I mean we saw schools literally with parking lot WiFi like, “come park into our parking lot, the WiFi is on if you need it,” like. But hey, you know what? We’ve got Zoom backdrops, so…

JG
But what if you don’t live near campus? What if you’re out in the sticks because you have to go stay with your grandparents because your parents can’t afford to have you home. You’re staying with your grandparents out in the rural Midwest or something and you have that crappy satellite WiFi. Like, there’s just, there are so many variables? And I don’t know what schools… if you work at an institution that did research and is researching, I definitely want to talk to you. I think J.S. and I both would love to hear about what you’re doing and how you’re doing this and I think it’s something that’s important and helpful to the rest of the industry for sure, but there’re…

I don’t know of any, of any institutions that decided to start doing that research and dig in, to talk to their, their current students, and hear what’s going on. And it’s people like Liz [Gross] and Steve [App] and the team at Campus Sonar that are going out and having to get this information through social listening and social media monitoring versus us going right to the source and asking people directly asking our own students. That’s not necessarily bad, but the data that they collected should say, “Hey, go talk to your students!” You need to, like, it should be another flag for you to go out and actually start taking care of something like this.

RB
Yeah, yeah, I think you make a really valid point and I think that this actually, this conversation’s made me think that, made me realize how little information there is about iterative design research in general. Not just the like, what is it, but, but also like how do you do it, how does it work? How do you do it in a DIY way? Because I think people think of research — Joel, you know this, running an agency. J.S. certainly you know this at work — like people think research is labor-intensive, they think academic research! You need all these signatures and time and it’s laborious and… Yes, that. But they can also not do that.

JG
Yeah.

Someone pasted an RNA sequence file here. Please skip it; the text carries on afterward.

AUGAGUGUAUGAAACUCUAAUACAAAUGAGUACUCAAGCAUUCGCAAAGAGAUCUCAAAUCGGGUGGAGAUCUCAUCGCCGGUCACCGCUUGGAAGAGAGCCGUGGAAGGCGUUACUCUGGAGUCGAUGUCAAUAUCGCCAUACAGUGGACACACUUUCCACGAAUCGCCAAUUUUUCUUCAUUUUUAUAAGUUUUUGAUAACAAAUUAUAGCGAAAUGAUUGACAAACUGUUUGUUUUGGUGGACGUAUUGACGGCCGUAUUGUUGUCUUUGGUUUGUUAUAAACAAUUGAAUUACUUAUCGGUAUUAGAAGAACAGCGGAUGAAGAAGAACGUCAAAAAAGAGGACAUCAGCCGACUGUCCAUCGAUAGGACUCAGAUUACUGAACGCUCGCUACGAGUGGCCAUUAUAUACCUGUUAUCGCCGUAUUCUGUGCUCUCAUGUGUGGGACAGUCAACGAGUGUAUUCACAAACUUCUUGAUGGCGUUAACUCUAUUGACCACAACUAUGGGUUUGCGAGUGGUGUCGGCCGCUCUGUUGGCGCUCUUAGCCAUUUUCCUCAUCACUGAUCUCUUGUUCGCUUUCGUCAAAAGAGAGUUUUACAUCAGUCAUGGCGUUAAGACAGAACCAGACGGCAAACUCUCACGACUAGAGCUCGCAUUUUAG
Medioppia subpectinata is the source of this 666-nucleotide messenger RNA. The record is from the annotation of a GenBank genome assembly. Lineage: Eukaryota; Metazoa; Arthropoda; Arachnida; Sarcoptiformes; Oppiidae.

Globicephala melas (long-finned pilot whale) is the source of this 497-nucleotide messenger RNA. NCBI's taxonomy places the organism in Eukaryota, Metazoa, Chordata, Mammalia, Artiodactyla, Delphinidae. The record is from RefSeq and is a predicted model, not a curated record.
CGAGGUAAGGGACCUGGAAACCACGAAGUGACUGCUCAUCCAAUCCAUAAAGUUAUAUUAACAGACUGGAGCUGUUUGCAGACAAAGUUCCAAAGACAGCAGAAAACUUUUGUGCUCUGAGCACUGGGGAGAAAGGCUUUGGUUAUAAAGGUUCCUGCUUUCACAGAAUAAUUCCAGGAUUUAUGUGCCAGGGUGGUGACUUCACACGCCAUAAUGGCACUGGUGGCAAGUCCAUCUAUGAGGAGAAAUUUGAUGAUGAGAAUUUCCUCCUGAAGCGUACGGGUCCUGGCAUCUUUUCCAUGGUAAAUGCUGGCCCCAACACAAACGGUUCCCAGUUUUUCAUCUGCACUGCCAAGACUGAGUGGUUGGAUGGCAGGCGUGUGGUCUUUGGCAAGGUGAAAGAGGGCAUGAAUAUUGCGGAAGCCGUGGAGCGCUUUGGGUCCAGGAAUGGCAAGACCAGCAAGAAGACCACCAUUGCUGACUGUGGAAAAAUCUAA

RB
They could also figure out how to create it for the time-space you have. And it’s again, using it for what you’re trying to use it for. Like we’re not trying to write a peer review paper here we’re trying to just get some feedback to be able to move forward on whatever we’re doing. But this has made me think that that there’s definitely more of a need for more of these conversations around this because I think people just don’t know how to do it in a way that that’s scalable for their situation.

JG
So Ron, having been out of higher ed for six… five or six years and working on a lot of other projects, far removed but projects is still affect the general population of people right? Like and higher ed isn’t any different. The stuff that we do affects general people like anything does. I’d love to hear, I don’t know, any observations that you’ve had or, when you’ve had a moment to think back to higher ed and think about it, and we’ve had conversations over the last couple years, what have you noticed that is the same, what things are getting better, and then maybe what kind of sectors or areas or industries could higher ed pay attention to, to improve what they’re doing to get that creative spark or to, you know, to maybe not have to rely on big tech companies to solve their problems for them?

RB
Well, I’d say that… I will be completely honest and say, the only reason I’ve spent any real time paying attention to higher ed, besides like our conversations or talking to friends, is because I have a teenager, who’s a rising sophomore in high school and so like, I’ve had to start looking at this stuff again and I’m like, oh geez, you all have not improved your websites at all in the time that I left. This is ridiculous. And also kind of hilarious. And so I feel like everything’s still the same in many ways. The sites still have terrible hamburger menus and, you know, sort of bury three and four layers of content, and it’s hard to find things, and I’m like, who is the audience for this main site, you know?

So I think that I’ve noticed, and was sort of surprised by, how everything’s gotten more cookie-cutter, I feel like. For a while, we were able to sort of be creative and try our own things a little bit. Schools were willing to be a little daring and try different things. I think there were a lot more agencies. There were a lot more smaller agencies that were proliferating the space at that time, you know, six years ago?

JG
Yeah.

RB
And so I feel like schools were willing to be more creative and I feel like now there’s sort of this McDonald’s-ization of designs of sites. And so even if you’re not being designed by whatever the big firms are these days, or if you’re doing it in-house, you’re still just copying the same patterns. And some level of that is good, I suppose, when you’re copying patterns that are already researched. But it’s bad when it’s like, I’m not sure how to find things on your site that supposedly you just worked on.